Koel, wikimedia commons
Koel, wikimedia commons

Surely not, I thought! It is true that the call of the male koel is loud and insistent, but let’s be honest: homo sapiens is the only animal to have invented the two-stroke engine and used it to acoustically assault the suburbs. Mowers, whipper-snippers, angle-grinders, chain-saws and other DIY tools of destruction and construction out-perform koels all year round.

Actually, I like koels. I didn’t get to hear them arrive in Sydney this year, and I felt deprived. But like or dislike, can anyone seriously entertain the idea that just because something is annoying is ought to be gotten rid of?

The answer, unfortunately, is ‘yes’, as one quickly learns from a visit to the website of the Invasive Animals Cooperative Research Centre (CRC). CRC’s are a government initiative that links industry, universities, stakeholders, and others for the purpose of furthering knowledge and capacity on matters of national concern. The Invasive Animals CRC has as its focus vertebrates that are deemed to be invasive either because they are non-native or because they have become identified as a ‘pest’, or both. There we learn that ‘The Invasive Animals CRC creates new technologies and integrated strategies to reduce the impact of invasive animals on Australia’s economy, environment, and people’. Technologies, when we explore the term, turn out to be a range of methods involving both killing and genetic engineering to reduce or eliminate reproductive capacity.

One of the key terms is ‘pest’. Many thoughtful persons have noted that  once an animal is declared ‘pest’, or ‘vermin’, or even ‘invasive’, something happens within the sensibilities of many humans. As my friend Thom van Dooren discovered in his research on foxes and the penguin colony at Manly in Sydney, those animals deemed not to belong slip into a category of those whose ‘lives are not legitimate lives within the context of contemporary ecologies, and as such … their deaths are not only condoned (as they often are in legislation), but also in an important sense demanded for the sake of any genuine conservation’.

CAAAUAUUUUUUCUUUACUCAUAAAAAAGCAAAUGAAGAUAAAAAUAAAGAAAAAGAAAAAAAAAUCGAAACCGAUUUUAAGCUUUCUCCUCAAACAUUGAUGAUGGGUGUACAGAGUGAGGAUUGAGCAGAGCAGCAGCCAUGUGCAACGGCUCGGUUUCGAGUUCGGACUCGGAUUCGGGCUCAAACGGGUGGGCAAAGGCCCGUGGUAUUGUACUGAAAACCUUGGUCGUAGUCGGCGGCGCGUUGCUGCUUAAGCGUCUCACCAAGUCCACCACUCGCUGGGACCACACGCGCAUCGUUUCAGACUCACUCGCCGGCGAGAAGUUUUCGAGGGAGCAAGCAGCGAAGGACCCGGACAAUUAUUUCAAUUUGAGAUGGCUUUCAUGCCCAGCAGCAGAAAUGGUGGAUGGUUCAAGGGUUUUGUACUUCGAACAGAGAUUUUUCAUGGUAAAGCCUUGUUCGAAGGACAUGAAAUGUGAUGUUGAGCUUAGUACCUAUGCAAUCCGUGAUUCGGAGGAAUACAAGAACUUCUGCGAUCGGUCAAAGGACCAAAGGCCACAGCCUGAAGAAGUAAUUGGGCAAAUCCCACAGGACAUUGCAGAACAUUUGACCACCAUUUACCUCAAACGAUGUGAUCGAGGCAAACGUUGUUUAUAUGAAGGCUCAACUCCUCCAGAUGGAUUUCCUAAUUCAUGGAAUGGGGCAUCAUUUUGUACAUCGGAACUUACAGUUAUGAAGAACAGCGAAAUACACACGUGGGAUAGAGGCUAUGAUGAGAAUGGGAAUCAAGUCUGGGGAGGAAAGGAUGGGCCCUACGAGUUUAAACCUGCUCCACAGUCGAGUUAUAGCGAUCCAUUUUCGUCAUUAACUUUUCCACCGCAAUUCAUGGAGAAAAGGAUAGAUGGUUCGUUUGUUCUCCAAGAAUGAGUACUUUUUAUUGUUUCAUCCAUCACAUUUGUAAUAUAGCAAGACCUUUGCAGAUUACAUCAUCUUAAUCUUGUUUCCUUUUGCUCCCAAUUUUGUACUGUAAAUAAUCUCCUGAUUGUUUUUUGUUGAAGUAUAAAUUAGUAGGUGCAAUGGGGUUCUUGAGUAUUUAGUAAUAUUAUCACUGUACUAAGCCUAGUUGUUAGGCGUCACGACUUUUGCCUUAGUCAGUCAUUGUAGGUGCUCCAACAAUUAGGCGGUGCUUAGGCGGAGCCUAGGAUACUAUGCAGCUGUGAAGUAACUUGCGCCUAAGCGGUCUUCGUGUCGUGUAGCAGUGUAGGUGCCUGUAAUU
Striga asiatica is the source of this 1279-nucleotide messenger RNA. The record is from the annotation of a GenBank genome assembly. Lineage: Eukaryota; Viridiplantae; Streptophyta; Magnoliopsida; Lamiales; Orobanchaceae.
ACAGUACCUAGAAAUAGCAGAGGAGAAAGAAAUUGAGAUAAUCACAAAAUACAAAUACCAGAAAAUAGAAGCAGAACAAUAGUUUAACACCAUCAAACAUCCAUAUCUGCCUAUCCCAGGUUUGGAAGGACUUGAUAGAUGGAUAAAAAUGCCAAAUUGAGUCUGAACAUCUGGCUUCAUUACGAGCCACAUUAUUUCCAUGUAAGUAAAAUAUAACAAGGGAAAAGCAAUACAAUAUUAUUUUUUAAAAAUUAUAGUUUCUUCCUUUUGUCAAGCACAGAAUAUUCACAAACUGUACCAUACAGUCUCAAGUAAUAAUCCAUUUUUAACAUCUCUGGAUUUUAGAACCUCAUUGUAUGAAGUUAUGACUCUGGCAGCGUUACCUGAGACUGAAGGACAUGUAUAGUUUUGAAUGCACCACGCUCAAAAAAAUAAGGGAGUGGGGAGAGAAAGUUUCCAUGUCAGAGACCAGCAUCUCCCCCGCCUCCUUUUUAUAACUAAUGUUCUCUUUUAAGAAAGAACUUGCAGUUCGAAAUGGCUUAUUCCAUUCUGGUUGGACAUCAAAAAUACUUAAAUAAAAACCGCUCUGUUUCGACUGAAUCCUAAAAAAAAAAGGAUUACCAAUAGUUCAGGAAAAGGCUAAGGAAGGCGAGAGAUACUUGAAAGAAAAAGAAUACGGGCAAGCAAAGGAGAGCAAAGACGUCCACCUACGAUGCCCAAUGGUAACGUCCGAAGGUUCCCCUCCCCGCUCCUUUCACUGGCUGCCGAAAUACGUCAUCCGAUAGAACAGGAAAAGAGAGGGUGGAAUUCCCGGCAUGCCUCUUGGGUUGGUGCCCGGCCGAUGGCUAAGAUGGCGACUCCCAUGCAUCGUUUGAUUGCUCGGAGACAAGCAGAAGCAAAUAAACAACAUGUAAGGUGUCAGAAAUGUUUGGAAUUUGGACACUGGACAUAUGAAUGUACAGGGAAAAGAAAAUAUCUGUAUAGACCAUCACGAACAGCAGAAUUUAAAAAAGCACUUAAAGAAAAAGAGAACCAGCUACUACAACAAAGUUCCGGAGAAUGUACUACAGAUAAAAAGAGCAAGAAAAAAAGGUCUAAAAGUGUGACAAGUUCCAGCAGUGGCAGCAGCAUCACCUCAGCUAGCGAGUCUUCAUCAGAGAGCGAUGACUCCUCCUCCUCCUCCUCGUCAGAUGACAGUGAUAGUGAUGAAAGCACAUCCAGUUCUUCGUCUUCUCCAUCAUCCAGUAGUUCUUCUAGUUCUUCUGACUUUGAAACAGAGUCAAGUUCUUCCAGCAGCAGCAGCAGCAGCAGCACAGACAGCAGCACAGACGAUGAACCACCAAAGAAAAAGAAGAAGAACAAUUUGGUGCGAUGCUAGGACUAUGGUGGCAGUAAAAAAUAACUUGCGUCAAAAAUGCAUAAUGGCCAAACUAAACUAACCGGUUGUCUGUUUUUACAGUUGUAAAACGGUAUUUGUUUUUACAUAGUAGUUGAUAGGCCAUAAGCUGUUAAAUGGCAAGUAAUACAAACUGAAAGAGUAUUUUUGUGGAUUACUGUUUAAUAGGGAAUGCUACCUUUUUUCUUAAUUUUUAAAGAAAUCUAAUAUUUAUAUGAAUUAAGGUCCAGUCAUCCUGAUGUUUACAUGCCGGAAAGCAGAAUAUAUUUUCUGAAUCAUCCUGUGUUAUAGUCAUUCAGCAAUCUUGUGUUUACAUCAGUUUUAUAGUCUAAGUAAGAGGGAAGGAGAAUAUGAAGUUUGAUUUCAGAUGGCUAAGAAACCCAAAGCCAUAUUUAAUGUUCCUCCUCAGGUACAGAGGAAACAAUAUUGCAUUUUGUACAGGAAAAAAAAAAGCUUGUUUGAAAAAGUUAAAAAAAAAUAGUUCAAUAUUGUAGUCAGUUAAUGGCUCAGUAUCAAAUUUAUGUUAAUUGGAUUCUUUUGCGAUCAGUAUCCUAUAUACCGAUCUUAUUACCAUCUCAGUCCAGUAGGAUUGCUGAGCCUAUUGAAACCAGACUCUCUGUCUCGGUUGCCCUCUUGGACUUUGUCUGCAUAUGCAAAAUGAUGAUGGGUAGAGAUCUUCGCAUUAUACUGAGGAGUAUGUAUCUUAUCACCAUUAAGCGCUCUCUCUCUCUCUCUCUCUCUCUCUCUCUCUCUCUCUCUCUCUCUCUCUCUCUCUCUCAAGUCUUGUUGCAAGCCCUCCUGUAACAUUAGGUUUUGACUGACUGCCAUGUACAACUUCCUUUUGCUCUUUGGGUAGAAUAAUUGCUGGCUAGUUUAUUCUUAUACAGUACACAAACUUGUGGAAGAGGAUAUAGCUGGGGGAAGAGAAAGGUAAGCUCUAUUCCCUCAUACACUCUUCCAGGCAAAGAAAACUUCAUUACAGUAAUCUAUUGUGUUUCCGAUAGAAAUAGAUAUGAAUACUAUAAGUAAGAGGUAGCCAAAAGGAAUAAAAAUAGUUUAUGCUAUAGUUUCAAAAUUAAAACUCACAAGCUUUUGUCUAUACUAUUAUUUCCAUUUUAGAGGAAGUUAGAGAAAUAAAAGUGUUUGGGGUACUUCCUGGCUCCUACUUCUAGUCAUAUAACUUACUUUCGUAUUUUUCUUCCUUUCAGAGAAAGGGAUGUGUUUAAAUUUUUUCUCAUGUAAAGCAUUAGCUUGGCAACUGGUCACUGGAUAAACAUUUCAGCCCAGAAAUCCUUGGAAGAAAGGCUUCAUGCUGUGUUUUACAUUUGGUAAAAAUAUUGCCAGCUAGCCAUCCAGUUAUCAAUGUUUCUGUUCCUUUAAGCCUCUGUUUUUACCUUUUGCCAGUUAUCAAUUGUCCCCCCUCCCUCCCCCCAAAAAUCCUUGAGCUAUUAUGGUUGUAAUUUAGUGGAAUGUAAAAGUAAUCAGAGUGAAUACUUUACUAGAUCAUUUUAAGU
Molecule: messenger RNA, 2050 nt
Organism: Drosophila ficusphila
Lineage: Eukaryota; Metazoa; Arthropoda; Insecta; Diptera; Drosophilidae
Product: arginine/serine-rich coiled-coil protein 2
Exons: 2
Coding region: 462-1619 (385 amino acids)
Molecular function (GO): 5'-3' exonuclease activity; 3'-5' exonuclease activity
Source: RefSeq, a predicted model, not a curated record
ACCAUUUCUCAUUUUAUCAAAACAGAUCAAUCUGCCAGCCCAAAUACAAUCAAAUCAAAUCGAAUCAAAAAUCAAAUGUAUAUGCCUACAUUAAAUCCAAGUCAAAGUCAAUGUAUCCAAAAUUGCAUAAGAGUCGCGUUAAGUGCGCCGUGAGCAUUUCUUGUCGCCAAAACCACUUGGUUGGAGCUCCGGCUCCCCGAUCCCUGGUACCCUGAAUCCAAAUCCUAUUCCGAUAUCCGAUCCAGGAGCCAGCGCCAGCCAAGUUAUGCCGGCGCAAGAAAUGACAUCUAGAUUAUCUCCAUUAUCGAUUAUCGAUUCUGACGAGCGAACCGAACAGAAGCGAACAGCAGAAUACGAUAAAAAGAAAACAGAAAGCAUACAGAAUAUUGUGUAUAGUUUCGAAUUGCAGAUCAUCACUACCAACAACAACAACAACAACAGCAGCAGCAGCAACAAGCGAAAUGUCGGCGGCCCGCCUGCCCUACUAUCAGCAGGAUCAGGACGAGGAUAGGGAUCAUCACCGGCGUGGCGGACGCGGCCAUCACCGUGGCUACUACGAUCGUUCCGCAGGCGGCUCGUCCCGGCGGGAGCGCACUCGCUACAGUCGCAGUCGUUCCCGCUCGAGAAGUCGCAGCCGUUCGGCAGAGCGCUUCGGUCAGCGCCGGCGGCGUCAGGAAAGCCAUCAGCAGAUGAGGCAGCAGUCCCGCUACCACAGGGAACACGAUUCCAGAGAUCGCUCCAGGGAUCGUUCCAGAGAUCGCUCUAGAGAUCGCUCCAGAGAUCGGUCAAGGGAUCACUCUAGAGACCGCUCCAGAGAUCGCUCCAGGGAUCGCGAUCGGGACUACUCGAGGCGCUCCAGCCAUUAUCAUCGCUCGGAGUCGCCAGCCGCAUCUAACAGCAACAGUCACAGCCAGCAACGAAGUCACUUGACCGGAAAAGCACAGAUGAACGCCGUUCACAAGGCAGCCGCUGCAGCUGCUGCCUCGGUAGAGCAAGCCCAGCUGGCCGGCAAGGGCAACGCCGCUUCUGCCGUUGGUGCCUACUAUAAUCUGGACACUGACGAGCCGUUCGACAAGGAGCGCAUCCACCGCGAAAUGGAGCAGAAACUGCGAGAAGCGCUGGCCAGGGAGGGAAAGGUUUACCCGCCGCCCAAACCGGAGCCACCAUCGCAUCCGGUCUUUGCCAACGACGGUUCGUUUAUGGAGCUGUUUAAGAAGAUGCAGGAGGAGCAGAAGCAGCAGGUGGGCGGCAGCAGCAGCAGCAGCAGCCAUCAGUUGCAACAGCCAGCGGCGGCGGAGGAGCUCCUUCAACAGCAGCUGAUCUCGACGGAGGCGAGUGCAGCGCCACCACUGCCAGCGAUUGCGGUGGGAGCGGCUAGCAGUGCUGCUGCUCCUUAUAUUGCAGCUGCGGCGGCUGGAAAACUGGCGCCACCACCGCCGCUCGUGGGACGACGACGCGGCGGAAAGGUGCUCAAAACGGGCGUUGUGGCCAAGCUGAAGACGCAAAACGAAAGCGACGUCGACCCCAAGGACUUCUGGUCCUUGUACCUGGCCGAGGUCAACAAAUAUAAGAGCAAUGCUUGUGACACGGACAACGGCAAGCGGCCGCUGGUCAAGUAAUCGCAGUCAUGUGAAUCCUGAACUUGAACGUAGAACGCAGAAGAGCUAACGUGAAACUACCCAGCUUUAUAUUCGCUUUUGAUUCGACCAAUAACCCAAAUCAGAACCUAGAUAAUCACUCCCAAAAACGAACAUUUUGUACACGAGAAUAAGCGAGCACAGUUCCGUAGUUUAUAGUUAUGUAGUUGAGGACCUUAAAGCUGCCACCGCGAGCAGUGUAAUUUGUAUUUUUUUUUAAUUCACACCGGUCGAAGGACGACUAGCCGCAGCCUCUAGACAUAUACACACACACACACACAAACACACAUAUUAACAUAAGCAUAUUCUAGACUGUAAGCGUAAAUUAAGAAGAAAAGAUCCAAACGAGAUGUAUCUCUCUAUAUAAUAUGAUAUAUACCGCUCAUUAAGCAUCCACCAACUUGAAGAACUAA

Killing for conservation is certainly problematic, and advocates of compassionate conservation argue that it is inherently wrong. But the problems with ‘pests’ go much deeper. To quote educational materials provided via the CRC website: ‘The word “pest” is used to describe an animal that causes serious damage to a valued resource. Such a pest may be destructive, a nuisance, noisy or simply not wanted.’ From this open-ended definition, decisions are made about which lives matter and which lives don’t.

The Invasive Animals CRC website gives you a link to feral.org.au, and there you really start to learn about the nitty-gritty of decision-making and killing. The PestSmart YouTube Channel offers short tutorials on all manner of killing. You can learn, for example, how to rip up rabbit warrens.

Rabbit Photo: Arian Wallach
Rabbit
Photo: Arian Wallach

What you don’t learn is just how dreadful this method is for the rabbits. My friend Freya Mathews, a leading environmental philosopher, encountered this method when she began investigating ways of removing rabbits from her bio-conservation property. In her words:

‘Ripping involves the mechanical destruction of warrens by large blades attached to a tractor. I had rejected ripping earlier on account of the impact of the heavy ripping vehicles on soil and vegetation, but now that the contractors were more or less insisting, I thought I had better investigate the effect of the procedure on rabbits themselves. To my horror I found that in the course of ripping, rabbits inside the warrens are themselves ripped – they are simply sliced up, with those that are not killed outright being left to die, buried alive with appalling injuries, all conveniently out of sight. I had been willing to kill rabbits for the sake of ecological restoration, but this was way too much – it was torture, brutal beyond imagining. Yet this is one of the standard methods of rabbit management, routinely practised across the country, prescribed in all the government literature and on all the official web sites.’